In that case, it doesn’t look too good for Lewis, for even though he’s only introducing us to new individuals and sets of individuals, as Divers says, it nonetheless looks as though we’re going to need new ideological resources to describe those individuals. We’re going to need new primitive predicates to describe things that instantiate alien properties since, ex hypothesi, those predicates aren’t definable in terms of a logical construction of actually instantiated predicates. We’re going to need new spatio-temporal ideology to describe those worlds where things aren’t related spatio-temporally but rather are related in a manner ‘analogous’ to spatio-temporal relatedness. We’re going to need new ideology to describe the ectoplasm ghosts the absence of which allows actuality to be a physicalistically acceptable world. So it’s looking like Melia is right: the postulation of these new kinds of thing is a sin against qualitative parsimony. Divers is right that it’s just more individuals, but that doesn’t matter, since they are individuals that are not describable just with the ideological resources we would have needed to describe actuality.
But whether this is really so depends on another question that I don’t know the answer to. When judging what ideological resources you need, do you only count what you need to describe what there is, or do you need ideology enough to describe the ways things could have been? For Lewis of course, there’s no difference: what there is includes all that there could have been. But what about for those of us who think that how things are as a whole could have been different? Does the mereological nihilist who thinks there could have been composite objects but there just happen not to be get to claim an ideological advantage over the universalist, or does one need to reject the very possibility of composition to claim such an advantage?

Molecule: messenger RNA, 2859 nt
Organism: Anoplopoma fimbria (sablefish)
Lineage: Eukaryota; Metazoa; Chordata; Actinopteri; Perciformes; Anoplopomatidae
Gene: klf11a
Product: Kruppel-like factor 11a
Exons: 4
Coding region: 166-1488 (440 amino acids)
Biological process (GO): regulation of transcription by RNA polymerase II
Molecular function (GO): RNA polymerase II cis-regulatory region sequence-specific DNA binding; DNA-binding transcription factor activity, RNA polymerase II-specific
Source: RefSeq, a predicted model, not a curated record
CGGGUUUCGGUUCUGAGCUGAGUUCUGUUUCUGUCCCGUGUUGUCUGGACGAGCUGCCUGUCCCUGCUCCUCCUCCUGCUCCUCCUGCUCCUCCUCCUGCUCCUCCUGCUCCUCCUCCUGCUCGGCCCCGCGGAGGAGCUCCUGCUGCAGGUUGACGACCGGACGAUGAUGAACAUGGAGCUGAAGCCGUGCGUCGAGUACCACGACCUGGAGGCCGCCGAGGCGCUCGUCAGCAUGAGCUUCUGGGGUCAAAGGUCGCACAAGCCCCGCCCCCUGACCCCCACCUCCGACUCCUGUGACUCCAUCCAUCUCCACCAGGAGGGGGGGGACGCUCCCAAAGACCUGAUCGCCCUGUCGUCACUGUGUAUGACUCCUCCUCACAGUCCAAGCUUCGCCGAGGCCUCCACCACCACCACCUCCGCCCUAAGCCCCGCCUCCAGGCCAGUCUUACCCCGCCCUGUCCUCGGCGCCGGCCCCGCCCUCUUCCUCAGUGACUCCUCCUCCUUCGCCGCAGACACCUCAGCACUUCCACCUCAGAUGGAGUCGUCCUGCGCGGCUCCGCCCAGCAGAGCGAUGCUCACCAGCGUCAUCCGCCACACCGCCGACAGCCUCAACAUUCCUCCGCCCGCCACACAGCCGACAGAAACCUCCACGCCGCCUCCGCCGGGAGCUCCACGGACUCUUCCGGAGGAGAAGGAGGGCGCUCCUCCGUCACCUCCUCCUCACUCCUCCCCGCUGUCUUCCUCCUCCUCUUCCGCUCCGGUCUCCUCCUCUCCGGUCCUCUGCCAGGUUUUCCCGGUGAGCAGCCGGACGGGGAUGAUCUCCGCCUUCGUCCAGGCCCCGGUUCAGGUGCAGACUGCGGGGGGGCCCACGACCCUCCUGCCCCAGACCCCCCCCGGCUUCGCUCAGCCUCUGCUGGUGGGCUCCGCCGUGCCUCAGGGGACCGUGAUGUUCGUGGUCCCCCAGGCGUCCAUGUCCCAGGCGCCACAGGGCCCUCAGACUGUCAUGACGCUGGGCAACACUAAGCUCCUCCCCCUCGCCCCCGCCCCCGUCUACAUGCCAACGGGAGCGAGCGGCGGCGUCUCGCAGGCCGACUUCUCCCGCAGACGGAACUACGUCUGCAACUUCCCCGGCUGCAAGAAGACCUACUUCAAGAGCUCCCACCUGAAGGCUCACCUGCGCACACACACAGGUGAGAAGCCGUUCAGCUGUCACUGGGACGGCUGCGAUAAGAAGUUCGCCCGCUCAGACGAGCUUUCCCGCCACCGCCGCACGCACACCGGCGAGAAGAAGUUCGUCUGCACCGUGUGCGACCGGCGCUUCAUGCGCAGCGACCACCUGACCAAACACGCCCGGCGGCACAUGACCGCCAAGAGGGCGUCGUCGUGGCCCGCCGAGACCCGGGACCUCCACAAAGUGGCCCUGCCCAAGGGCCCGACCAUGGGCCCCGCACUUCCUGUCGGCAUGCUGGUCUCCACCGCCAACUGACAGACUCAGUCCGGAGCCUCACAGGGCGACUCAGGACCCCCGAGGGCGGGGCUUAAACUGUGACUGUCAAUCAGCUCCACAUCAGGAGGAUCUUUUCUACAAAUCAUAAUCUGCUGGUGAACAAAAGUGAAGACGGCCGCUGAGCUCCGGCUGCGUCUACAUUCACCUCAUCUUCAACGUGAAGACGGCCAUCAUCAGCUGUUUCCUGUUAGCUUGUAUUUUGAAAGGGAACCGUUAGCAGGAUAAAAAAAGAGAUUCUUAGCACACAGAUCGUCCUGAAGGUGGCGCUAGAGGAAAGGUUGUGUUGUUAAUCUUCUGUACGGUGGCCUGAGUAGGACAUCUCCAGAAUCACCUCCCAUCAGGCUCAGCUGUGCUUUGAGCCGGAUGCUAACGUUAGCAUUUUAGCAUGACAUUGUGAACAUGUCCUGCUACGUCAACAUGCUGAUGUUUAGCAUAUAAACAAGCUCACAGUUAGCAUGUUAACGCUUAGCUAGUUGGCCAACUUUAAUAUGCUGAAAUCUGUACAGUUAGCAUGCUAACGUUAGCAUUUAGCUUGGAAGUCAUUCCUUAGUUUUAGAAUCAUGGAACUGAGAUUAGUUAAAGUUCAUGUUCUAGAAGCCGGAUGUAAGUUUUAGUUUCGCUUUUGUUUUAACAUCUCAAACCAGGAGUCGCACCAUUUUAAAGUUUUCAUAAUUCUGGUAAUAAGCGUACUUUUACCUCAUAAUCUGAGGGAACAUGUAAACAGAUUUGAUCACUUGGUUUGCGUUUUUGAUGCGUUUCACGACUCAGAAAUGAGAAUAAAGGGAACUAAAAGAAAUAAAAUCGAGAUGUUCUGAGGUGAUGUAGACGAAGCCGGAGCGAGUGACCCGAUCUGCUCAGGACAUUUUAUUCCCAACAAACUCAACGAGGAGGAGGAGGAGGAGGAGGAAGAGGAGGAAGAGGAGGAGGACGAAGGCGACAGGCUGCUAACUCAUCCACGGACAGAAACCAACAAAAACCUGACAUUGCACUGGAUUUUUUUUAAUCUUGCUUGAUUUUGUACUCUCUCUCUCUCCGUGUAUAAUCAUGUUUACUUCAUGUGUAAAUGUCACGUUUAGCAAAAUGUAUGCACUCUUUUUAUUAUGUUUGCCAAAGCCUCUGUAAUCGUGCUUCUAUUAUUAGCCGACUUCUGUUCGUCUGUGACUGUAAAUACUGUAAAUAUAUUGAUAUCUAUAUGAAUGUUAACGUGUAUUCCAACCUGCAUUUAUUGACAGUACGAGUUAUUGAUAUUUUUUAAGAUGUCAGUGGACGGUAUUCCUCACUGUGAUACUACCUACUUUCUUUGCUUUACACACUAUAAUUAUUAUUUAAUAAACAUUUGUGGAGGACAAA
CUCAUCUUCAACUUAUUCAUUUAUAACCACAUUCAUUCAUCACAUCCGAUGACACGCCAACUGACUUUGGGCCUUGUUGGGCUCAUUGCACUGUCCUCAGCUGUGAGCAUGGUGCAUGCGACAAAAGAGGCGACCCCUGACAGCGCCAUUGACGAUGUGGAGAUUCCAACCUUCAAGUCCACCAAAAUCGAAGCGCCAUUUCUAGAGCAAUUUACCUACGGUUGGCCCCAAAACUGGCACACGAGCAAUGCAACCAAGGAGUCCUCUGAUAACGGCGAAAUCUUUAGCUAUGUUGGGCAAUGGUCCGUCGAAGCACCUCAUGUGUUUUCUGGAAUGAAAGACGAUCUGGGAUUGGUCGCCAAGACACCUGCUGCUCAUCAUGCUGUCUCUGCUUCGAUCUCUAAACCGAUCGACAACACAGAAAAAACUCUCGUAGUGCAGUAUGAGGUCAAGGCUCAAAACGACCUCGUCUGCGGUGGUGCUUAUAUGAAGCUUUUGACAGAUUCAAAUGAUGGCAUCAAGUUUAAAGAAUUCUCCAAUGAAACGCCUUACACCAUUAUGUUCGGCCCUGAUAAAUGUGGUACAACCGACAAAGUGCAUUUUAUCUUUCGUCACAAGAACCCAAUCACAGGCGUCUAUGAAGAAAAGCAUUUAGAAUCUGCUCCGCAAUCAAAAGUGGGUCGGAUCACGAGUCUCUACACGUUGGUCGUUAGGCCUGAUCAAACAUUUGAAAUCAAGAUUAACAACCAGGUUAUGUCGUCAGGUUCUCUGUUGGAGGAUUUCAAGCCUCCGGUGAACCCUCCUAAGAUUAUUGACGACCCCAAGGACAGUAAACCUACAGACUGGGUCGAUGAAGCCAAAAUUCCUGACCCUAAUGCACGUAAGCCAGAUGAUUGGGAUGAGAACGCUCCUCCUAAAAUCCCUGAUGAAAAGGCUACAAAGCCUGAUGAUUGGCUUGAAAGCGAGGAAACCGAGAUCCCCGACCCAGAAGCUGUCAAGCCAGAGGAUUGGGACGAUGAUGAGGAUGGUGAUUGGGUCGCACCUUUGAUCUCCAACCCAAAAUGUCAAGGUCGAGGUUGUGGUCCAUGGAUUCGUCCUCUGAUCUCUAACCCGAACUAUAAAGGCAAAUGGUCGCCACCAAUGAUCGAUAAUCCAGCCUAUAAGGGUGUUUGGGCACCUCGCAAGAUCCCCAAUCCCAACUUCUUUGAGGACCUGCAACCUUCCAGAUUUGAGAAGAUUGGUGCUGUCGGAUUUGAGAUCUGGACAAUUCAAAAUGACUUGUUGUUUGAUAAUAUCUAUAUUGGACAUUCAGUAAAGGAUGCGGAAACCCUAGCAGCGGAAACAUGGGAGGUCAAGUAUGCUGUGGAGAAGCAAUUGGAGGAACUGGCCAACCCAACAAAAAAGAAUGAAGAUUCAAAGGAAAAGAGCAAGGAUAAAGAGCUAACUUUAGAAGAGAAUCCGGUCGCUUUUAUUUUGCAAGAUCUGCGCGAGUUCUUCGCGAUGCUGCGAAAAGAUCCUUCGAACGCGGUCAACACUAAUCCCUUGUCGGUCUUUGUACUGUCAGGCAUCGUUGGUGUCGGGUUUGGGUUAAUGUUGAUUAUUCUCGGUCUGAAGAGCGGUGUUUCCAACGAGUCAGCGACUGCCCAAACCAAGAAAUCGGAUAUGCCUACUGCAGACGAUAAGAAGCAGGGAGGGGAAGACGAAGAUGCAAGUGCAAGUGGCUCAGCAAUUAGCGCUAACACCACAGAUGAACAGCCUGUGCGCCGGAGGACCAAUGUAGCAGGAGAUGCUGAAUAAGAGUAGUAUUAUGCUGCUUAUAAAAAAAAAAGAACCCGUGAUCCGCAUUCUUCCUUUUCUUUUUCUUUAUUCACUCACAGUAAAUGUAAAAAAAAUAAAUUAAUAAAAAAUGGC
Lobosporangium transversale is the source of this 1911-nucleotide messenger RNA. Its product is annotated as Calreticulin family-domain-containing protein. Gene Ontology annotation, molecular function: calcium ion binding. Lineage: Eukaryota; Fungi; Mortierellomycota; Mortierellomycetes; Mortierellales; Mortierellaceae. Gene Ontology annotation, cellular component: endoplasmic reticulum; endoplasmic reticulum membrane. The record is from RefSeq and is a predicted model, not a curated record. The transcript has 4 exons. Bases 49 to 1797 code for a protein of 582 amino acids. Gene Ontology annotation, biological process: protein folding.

Parity with ontological parsimony suggests that you should only count the ideology you need to describe things as they are. After all, no one would think that it is a sin against ontological parsimony to think that there could have been immaterial minds; it’s only believing in them that counts against ontological parsimony. In which case, why should the possibility of having to describe things using some mereological notion matter: it only matters whether describing things as they are requires such notions.
Nonetheless, I can’t shake the feeling that ideological parsimony is different from ontological parsimony in this respect. That the contingent mereological nihilist is at no advantage over the universalist, only the necessitarian nihilist. After all, a theory of reality is not complete without a description of how things could have been: so your fundamental theory of reality will have to talk about what could have occurred but doesn’t – and so if there could have been complex objects, you will need to invoke mereological notions to describe that possibility. So you can’t completely eschew speaking mereologically: your fundamental theory will still need its mereological primitives, even if it only ever uses them within the scope of a modal operator. I find it intuitive that in that case you still incur the ideological cost: you still have to see reality in mereological terms, even if just to say that actuality is mereologically less complex than it could have been. To really not have anything to do with the ideology of mereology you must not need to resort to it at any point in your description of reality – whether of how things are or how they could be – you must be a necessitarian nihilist. (I’m assuming here that how things could be really is a part of the theory of reality. If you were an expressivist or other kind of anti-realist about the modal I suppose you would deny this. But since those views are false . . .)
If that is right, then things start to look better for Lewis. In believing in possibilia, Lewis just thinks that the story of how things are and could be is the story of how things are unrestrictedly: so for him, the ideology needed to describe how things are, simpliciter, is the ideology required to describe how things actually are and how they could have been. But if we were committed anyway to the ideological resources needed to describe both reality and the possible ways reality could be, this won’t be an ideological expansion, and Lewis won’t be sinning against ideological parsimony – hence against qualitative parsimony – after all.